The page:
The configuration associated with a virtual block device may change over time, such as to add or remove mirrors or change striping parameters; migrate data to new storage; increase or decrease the size of the device; create, manipulate, or remove snapshots; add structure for a new capability; etc. During some configuration changes two layout tables 145 may be in use for a given volume 150 for some periods of time. To accomplish a reorganization from a 4-column layout to a 5-column layout, for example, virtualization functionality 140 may create a new, empty layout table for the 5-column layout. Virtualization functionality 140 may then iterate through the extent entries in the original 4-column layout table, converting one extent at a time and copying data as necessary between underlying block devices 110. In one embodiment, for example, conversion of an extent may include reading the extent from one block device 110, logging contents in a log device, writing the extent at a new block device 110 according to the 5-column layout, and updating an entry in the new layout table. While an extent is being converted, regular I/O to that extent by volume clients 120 may be disabled, but I/O to other extents may be allowed. After a conversion of an extent, the original 4-column extent entry may be marked as invalid using a flags field, and I/Os directed to the extent may be managed using the new extent entry. When conversion of the entire volume 150 is complete, the old layout table may be deleted. By reorganizing volumes using extent-based layout tables 145, i.e., by allowing volume clients 120 to access most of volume 150 during reorganization as described above, the impact of volume reorganization on normal I/O by volume clients 120 may be reduced.
In some embodiments, if the volume description (including layout table 145) of a given volume 150 is distributed to more than one volume client 120, any changes that affect the structure of the given volume 150 (such as the reorganization described above) may need to be coherently coordinated among the relevant volume clients 120. In one embodiment volume server 130 may be configured to coordinate such changes. For example, volume server 130 may be configured to coordinate quiescence of those volume clients 120 to which the given volume 150 is distributed, in order to temporarily suspend activity to one or more extents of a given volume 150. Volume server 130 may further distribute changes to the structure of given volume 150 to relevant volume clients 120 in an effectively atomic fashion, such that either all or none of the relevant clients 120 receive the changes.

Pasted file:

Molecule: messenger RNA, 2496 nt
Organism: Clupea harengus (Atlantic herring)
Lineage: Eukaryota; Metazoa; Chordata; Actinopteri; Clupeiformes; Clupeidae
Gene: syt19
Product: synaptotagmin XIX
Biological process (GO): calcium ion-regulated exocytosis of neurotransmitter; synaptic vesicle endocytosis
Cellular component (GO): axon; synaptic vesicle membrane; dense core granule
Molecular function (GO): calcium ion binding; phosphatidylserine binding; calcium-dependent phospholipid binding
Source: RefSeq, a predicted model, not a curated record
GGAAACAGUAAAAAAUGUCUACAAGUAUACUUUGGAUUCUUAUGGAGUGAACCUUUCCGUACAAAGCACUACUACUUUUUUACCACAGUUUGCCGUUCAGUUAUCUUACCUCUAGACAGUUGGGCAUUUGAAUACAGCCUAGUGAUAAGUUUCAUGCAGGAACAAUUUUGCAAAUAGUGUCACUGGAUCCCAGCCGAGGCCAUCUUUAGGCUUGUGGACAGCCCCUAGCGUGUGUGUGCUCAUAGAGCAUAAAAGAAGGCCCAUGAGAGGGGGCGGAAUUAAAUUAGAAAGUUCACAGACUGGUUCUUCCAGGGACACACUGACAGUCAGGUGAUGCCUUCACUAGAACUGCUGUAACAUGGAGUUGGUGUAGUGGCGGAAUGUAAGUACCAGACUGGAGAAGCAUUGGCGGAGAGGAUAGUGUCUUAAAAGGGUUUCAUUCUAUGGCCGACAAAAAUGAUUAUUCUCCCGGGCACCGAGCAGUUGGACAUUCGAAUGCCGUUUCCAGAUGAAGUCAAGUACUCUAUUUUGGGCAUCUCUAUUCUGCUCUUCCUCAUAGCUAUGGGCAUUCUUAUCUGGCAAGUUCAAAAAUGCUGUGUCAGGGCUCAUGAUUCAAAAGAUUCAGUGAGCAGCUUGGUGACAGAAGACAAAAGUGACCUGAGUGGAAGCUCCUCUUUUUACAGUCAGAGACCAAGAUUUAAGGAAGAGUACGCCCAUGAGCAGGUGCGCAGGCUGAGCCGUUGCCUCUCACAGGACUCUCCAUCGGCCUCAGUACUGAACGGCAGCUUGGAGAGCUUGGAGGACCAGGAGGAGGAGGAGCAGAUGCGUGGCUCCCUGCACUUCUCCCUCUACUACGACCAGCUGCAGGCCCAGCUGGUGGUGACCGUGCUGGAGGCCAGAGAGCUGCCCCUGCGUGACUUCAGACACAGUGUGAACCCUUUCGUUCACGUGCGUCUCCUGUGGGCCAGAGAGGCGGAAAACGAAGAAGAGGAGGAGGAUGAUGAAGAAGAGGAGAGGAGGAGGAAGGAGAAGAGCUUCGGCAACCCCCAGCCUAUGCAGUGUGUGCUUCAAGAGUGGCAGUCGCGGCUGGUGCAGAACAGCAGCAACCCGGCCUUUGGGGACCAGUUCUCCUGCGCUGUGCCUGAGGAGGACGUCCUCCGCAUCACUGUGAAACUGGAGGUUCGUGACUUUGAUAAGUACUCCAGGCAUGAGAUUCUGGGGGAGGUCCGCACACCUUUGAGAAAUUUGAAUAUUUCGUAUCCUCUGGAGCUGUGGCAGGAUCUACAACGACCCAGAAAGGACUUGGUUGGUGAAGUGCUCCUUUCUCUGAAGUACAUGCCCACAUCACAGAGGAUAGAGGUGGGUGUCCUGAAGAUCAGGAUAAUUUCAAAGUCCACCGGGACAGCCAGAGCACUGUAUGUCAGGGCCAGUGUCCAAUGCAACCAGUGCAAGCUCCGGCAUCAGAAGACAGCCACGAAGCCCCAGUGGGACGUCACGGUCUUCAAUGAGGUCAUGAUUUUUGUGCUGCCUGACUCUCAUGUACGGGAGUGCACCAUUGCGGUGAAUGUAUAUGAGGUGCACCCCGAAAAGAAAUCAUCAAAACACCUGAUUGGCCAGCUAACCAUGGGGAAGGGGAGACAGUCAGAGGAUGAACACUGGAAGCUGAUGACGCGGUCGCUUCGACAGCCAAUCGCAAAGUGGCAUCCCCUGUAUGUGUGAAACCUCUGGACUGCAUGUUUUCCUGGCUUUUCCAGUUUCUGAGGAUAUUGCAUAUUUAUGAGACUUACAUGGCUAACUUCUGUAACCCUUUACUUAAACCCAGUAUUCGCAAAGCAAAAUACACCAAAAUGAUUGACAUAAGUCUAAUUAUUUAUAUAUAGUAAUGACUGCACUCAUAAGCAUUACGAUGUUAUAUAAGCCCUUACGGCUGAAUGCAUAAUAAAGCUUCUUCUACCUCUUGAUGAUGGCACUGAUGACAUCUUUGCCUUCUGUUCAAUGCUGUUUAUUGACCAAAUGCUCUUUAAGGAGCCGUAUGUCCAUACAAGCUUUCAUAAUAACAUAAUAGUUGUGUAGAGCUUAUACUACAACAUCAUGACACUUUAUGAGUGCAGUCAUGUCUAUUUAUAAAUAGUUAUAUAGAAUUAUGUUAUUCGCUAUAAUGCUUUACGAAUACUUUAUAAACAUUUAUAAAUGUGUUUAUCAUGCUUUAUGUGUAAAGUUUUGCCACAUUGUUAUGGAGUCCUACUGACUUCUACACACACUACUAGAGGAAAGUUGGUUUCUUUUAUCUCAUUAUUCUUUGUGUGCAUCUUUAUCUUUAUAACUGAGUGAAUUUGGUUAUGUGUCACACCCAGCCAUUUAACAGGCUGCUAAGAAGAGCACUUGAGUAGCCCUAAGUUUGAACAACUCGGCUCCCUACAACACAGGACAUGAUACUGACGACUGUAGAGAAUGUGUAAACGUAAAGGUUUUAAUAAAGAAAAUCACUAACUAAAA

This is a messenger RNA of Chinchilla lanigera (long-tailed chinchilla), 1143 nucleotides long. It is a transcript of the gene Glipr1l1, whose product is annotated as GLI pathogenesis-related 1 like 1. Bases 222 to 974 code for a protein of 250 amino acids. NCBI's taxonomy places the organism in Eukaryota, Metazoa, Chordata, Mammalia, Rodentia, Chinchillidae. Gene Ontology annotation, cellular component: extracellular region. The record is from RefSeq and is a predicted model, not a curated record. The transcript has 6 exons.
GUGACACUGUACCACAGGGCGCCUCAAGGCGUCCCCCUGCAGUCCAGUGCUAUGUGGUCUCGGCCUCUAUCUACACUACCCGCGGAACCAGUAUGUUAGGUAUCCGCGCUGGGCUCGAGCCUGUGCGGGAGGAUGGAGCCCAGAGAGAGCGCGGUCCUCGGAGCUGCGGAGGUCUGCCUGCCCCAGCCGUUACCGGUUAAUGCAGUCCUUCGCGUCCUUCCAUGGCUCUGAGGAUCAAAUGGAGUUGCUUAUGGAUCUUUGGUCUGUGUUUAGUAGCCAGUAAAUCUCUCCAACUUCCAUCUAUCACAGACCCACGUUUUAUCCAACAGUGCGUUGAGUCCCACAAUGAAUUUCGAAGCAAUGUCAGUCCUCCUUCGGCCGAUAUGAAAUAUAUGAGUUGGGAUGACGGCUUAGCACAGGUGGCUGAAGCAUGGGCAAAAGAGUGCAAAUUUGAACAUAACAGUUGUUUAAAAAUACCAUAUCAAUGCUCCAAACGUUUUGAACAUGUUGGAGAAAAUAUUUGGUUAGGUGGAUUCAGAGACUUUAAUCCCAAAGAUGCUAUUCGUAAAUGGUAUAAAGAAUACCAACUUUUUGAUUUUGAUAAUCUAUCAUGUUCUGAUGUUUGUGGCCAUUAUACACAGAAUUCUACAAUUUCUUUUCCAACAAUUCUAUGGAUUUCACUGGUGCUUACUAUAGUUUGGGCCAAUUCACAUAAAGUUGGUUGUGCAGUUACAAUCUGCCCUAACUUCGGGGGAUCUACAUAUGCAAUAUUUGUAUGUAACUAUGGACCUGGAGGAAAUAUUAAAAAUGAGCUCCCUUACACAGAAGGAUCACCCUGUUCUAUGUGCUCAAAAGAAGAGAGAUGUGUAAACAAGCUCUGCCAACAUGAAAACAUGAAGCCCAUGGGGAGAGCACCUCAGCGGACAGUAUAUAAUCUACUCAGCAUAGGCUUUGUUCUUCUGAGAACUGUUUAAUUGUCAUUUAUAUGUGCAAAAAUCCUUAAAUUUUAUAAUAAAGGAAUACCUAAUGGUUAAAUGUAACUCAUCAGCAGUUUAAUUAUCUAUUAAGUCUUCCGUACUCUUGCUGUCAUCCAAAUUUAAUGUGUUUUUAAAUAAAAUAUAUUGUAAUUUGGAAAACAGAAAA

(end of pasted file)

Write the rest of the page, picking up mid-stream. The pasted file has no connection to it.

Volume server 130 may be configured to distribute all defined volumes 150 to each volume client 120 present within a system in some embodiments. Such embodiments may be referred to as symmetric distributed block virtualization systems. In other embodiments, specific volumes may be distributed only to respective volume clients 120, such that at least one volume 150 is not common to two volume clients 120. Such embodiments may be referred to as asymmetric distributed block virtualization systems.
In general, a volume server 130 may be any device or software module capable of providing volume server functionality as described above, such as a server computer system, including one or more processors and one or more system memories. Some volume server functionality, including virtualization functionality 140, may be spread over multiple computer servers or hosts in some embodiments. To provide high availability for volume server functionality, volume server 130 may be configured to run on a cluster of nodes, where a failure at one node may result in the volume server functionality running on that node to be taken over at another node.
A volume client 120 may be any type of device capable of interacting with a given volume 150 for data storage and retrieval. For example, in one embodiment a volume client 120 may be a server computer system, including one or more processors and one or more system memories, where the server system is configured to execute software such as one or more operating systems and/or applications. In another embodiment, a volume client 120 may be a client computer system configured to access a given volume 150 via a separate server computer system. A volume client 120 may also be hosted within a virtualization switch that provides additional layers of virtualization on top of a volume 150. In other embodiments, a volume client 120 may be an embedded system configured to use application specific integrated circuit (ASIC) or field-programmable gate array (FPGA) technology to execute operations whereby a given volume 150 may be accessed. In some embodiments a volume client 120 and a volume server 130 may be co-located within the same server. Numerous other configurations of volume servers 130 and volume clients 120 are possible and contemplated.
Although the embodiments above have been described in considerable detail, numerous variations and modifications will become apparent to those skilled in the art once the above disclosure is fully appreciated. It is intended that the following claims be interpreted to embrace all such variations and modifications.
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|U.S. Classification||714/6.23, 711/114|
|Cooperative Classification||G06F11/2069, G06F3/0614, G06F3/0662, G06F11/2058, G06F3/0683|
|European Classification||G06F3/06A2R, G06F3/06A4V, G06F3/06A6L4|
|Jan 14, 2013||FPAY||Fee payment|